On SNL Legends

A couple links related to two of the greatest SNL talents of all time.

Last week the Washington Post published this feature on Chevy Chase. There aren’t really any surprises in it for anyone who has followed his career. At age 74, you wonder how many more disappointing pieces about him are left to write.

Chevy Chase Can’t Change

After reading this, I noticed a link at the bottom to a feature on Eddie Murphy from about three years ago and immediately read it.

The contrast is stark. Chevy is a perpetual bomb of inappropriate comments and actions waiting to go off, a sad remnant of what was once one of the biggest stars in comedy. He always seems confused at why people have taken offense at his behavior, and moments later says or does something else that makes you shake your head. Eddie, on the other hand, was even bigger than Chevy, saw a decline in the quality of his output, and made a decision to step away briefly before reclaiming his career on his own terms, and in the process making some of the best work of his life. Eddie seems utterly confident and secure in who he is. And where Chevy is bitter about modern comedy, constantly disparaging modern practitioners, Eddie is still held in awe as one of the funniest performers ever. I love Chris Rock’s quote:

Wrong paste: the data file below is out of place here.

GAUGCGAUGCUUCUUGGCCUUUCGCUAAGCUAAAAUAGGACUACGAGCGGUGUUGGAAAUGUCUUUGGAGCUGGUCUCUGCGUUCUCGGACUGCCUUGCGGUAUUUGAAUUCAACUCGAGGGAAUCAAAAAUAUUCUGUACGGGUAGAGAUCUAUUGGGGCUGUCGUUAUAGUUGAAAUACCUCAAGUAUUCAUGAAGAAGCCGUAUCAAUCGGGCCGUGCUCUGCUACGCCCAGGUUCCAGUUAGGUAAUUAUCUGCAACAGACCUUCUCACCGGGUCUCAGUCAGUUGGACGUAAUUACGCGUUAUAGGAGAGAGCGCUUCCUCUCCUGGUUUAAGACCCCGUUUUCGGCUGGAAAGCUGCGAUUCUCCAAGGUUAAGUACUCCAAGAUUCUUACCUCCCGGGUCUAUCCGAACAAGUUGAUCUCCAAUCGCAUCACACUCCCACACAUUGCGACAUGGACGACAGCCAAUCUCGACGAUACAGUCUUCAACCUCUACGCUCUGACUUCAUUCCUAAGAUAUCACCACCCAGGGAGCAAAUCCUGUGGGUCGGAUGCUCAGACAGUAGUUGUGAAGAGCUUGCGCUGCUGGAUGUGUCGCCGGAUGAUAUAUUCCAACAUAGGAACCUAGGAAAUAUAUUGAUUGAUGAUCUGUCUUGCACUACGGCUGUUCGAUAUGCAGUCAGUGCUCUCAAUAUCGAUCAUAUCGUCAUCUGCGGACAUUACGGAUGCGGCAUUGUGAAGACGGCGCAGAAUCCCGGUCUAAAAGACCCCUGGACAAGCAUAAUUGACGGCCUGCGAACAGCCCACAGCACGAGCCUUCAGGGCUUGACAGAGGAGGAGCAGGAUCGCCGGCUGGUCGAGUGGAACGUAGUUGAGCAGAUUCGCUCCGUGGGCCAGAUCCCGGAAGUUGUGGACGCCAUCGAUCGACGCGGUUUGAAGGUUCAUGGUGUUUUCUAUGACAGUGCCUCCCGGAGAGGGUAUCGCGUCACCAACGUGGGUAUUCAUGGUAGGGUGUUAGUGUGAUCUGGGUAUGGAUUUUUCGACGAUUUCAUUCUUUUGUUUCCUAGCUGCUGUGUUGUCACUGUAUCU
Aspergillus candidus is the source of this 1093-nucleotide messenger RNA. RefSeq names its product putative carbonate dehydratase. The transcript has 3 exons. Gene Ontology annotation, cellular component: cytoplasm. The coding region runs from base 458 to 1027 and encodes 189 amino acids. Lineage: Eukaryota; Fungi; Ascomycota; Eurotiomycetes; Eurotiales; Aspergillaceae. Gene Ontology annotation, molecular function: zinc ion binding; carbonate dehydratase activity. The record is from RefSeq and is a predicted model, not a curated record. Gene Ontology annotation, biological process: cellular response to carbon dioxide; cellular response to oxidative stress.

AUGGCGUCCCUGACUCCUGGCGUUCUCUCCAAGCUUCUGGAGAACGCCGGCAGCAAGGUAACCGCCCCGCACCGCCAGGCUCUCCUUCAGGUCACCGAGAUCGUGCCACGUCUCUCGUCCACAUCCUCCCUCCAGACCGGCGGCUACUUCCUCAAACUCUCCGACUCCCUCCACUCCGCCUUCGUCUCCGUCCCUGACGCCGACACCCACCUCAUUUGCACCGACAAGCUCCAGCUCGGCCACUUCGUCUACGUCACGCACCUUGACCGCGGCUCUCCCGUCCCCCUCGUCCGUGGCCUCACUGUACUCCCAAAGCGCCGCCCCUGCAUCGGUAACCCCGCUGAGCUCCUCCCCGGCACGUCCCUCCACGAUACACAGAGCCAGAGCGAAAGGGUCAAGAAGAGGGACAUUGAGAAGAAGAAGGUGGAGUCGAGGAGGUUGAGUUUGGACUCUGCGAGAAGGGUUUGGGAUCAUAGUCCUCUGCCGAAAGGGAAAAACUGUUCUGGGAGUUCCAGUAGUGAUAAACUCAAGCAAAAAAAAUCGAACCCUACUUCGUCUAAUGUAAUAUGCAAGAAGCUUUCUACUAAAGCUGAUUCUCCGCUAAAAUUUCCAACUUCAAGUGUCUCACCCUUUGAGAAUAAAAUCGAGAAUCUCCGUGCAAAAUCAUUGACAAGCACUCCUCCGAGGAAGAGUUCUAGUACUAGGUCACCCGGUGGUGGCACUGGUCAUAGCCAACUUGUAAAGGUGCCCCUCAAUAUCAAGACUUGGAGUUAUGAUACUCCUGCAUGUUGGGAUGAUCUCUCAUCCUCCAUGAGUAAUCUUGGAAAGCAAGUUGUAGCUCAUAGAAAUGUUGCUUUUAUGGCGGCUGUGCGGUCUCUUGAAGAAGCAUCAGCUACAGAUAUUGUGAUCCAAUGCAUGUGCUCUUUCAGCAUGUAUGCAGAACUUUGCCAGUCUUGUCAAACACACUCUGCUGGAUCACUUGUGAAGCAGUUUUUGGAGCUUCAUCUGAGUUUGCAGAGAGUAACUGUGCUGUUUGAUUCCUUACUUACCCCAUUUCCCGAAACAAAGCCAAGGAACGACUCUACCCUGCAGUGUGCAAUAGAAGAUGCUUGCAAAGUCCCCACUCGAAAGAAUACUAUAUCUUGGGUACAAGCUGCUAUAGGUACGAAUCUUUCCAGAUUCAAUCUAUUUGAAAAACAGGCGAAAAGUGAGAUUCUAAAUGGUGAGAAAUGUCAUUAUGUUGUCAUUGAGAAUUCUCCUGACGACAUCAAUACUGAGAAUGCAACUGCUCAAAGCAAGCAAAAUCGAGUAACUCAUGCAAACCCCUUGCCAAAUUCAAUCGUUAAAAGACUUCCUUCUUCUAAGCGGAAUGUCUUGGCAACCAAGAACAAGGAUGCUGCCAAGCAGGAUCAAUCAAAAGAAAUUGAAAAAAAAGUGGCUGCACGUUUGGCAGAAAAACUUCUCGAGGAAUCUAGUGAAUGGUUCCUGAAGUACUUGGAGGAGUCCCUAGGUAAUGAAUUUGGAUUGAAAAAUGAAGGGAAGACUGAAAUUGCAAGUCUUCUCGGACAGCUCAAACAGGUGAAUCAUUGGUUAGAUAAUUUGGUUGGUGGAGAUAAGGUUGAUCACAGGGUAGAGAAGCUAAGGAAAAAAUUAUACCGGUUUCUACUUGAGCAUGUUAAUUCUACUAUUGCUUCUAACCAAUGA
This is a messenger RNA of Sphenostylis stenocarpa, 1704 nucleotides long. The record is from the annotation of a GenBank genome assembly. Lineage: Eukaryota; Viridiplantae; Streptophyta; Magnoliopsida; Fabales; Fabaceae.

Comics usually talk about how much they need the spotlight, to be loved, to fill an emotional crater left by a terrible childhood. They are misfits and outsiders. Not Murphy.
“Comedy is not music,” says Chris Rock. “It’s a nerd’s game. And he’s got to be the only non-nerd I’ve seen be that funny. He’s like the quarterback on the football team. The quarterback on the football team is never funny, but this guy is.”

The Real King of Comedy